The members of Simba mentor African-American young men under the care of Franklin County Children Services. They dedicate their time to ensure that these young men receive guidance and friendship, while living in a challenging environment. This service experience gave the mentors an additional chance to help the community by caring for Ohio families as well as some from as far away as Texas, Connecticut, Florida and Europe.

Mentor Dr. Eric Jones was eager to do more. “For me, being part of the Simba program is a constant reminder of how we must always do what Dr. King wanted: to aspire to serve others in need,” he said. “This event connected us to a worthy cause and it helped us sustain the valuable efforts that we continue to put forth in mentoring the youth that we serve.”

The Ronald McDonald House is open 365 days a year. If you would like to volunteer or donate to the Ronald McDonald House please go to www.rmhc-centralohio.org.

Click here to learn more about the Simba Mentoring Program.  

Tips for Today: How to Build Children’s Self-Esteem

Having a positive sense of self is important to a child’s ability to develop into a happy well-adjusted person. Children who feel good about themselves have the confidence to learn, try new things and deal with challenges. At the same time, children with low self-esteem generally lack confidence, may allow others to treat them badly and have difficulty coping with failure and other challenging situations. Parents and caregivers can encourage their children’s self-esteem in many ways. Here are some suggestions from Kids Health and Parents.

Recognize Achievements, but Don’t Overpraise

It’s important to let your child know when they’re doing well and encourage them to keep up the good work, but don’t give praise when it’s not due. Make sure that compliments ring true, so that children will feel their value.

Encourage Kids to Try Things

Kids feel good when they learn to do things on their own. Give them guidance at first, but then allow them to learn for themselves. Encourage kids to try new things like sports, clubs and jobs, but make sure they don’t quit easily. Teach them the importance of making and honoring commitments.

Assign Chores

Give kids responsibilities that are within their limits. In addition to teaching them the value of contributing to the household, doing chores will allow them to problem solve, follow through and feel the satisfaction of a job well done.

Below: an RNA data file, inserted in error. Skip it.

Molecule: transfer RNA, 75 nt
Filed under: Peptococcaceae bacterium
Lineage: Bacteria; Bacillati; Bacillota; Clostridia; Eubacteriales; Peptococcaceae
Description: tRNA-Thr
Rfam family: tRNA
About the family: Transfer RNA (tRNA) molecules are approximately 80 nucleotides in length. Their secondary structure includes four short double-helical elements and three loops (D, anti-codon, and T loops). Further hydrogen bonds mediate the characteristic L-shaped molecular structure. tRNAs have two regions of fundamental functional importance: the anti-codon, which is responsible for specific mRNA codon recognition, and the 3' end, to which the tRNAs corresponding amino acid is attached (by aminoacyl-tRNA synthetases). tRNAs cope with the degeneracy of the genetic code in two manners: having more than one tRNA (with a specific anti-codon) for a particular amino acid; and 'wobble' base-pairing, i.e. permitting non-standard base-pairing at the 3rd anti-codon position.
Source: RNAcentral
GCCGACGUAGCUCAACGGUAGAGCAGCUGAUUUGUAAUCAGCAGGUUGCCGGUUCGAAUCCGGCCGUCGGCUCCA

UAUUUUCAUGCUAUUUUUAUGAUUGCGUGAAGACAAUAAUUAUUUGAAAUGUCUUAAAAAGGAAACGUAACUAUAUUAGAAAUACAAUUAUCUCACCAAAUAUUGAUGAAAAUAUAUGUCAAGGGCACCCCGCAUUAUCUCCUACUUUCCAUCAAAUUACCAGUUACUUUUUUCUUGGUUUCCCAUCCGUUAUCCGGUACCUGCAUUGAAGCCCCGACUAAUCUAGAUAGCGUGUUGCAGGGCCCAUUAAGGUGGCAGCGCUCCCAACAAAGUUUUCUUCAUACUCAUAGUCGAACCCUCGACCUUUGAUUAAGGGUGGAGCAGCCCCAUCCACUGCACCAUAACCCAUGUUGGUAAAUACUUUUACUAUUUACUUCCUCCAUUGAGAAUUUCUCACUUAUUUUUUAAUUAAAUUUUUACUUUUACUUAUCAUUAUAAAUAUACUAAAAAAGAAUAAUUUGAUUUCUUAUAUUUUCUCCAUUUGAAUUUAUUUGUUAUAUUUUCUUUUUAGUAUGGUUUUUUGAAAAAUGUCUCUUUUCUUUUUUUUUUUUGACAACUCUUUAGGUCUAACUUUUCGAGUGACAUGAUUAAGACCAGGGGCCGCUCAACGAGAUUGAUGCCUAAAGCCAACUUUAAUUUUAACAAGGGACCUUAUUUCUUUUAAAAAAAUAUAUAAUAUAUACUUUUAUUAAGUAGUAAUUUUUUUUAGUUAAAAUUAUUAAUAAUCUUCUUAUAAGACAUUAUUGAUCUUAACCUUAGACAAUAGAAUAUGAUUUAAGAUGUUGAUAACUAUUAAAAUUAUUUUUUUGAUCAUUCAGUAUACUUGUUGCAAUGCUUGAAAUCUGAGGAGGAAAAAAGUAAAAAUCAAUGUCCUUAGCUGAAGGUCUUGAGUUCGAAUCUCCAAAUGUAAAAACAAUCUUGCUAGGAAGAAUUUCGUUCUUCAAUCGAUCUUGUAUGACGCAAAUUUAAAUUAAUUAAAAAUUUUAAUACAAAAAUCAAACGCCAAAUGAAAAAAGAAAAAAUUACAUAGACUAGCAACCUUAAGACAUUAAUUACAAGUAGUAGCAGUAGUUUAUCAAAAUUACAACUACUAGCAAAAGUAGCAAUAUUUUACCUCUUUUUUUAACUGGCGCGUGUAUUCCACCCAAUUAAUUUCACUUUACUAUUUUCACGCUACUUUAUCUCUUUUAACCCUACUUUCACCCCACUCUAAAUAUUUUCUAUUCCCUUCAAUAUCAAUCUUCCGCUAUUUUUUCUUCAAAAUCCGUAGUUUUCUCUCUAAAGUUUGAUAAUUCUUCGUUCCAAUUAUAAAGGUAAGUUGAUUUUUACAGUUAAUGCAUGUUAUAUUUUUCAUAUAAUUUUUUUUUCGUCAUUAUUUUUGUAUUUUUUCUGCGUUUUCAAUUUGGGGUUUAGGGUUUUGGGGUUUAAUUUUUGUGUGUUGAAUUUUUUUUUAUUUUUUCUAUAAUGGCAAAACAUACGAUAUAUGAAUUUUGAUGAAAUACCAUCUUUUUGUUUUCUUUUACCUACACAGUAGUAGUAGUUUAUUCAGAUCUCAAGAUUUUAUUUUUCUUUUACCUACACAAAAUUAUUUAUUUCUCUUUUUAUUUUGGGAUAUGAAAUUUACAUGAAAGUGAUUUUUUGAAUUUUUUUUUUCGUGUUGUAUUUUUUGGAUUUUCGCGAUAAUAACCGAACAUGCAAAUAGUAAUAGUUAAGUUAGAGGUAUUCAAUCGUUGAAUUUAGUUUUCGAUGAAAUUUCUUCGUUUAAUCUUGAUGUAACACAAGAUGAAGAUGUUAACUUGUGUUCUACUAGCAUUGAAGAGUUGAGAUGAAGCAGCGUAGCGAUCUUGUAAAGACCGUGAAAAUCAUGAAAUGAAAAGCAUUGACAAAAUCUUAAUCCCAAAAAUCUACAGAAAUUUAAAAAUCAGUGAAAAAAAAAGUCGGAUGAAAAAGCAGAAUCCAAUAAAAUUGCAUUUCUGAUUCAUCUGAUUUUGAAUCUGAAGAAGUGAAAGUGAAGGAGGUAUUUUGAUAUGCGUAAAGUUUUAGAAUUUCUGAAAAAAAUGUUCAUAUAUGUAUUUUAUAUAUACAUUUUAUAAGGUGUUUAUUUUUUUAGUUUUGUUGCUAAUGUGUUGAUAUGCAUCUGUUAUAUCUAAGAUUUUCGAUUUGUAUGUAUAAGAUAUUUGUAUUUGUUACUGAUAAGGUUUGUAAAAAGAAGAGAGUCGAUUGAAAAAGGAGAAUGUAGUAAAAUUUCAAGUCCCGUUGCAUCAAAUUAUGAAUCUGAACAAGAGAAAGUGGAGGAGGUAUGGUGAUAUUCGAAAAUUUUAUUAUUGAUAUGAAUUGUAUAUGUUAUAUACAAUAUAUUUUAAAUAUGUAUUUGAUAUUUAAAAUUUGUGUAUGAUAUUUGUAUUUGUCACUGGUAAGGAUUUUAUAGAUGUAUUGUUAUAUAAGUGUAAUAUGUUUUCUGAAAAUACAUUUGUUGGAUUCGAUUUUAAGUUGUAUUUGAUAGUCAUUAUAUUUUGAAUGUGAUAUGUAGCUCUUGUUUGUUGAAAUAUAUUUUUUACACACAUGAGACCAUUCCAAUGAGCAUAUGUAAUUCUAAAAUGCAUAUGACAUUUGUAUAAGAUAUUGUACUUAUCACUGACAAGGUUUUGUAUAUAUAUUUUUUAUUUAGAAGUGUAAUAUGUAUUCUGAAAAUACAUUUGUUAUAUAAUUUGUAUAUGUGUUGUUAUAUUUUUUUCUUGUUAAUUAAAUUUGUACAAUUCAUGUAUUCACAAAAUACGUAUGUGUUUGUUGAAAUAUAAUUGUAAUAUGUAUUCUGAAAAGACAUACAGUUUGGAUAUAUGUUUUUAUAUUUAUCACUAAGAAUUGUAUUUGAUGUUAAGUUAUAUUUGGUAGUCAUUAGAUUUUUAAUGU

Don’t Compare Children

It’s easy to bring up another child’s achievements or shortcomings when speaking with your child, but it’s more productive to focus on each child as an individual and value them for their unique characteristics and abilities.

Spend One-on-One Time

Let your child know how special they are to you by making spending time with them a priority. Get to know their feelings, hopes and fears and help them find ways to work through problems.

Upcoming Events

March - National Social Work Month

National Social Work Month is a time for increasing public awareness and knowledge of the profession of social work and how these dedicated individuals impact society.

April - Child Abuse Prevention Month

April is a time to raise awareness about child abuse prevention. If you suspect a child is being abused, call the 24-Hour Child Abuse Hotline at (614) 229-7000.

April 10 - Child Abuse Prevention Breakfast

The Boat House at Confluence Park
679 West Spring Street
Columbus, OH 43215

FCCS's annual event highlights child abuse prevention and the accomplishments of social work professionals, client families, youth and community advocates. Also, college scholarships are awarded to agency youth. For more information, call (614) 275-2523 or email lamiller@fccs.us.

April 10 - Wear Blue Day

FCCS will participate in the statewide Wear Blue Day campaign to support the prevention of child abuse. Wear blue on April 10, take a photo of yourself or your group and email it to fccsoutreach@fccs.us and you may see your photo featured on our Facebook or Twitter pages.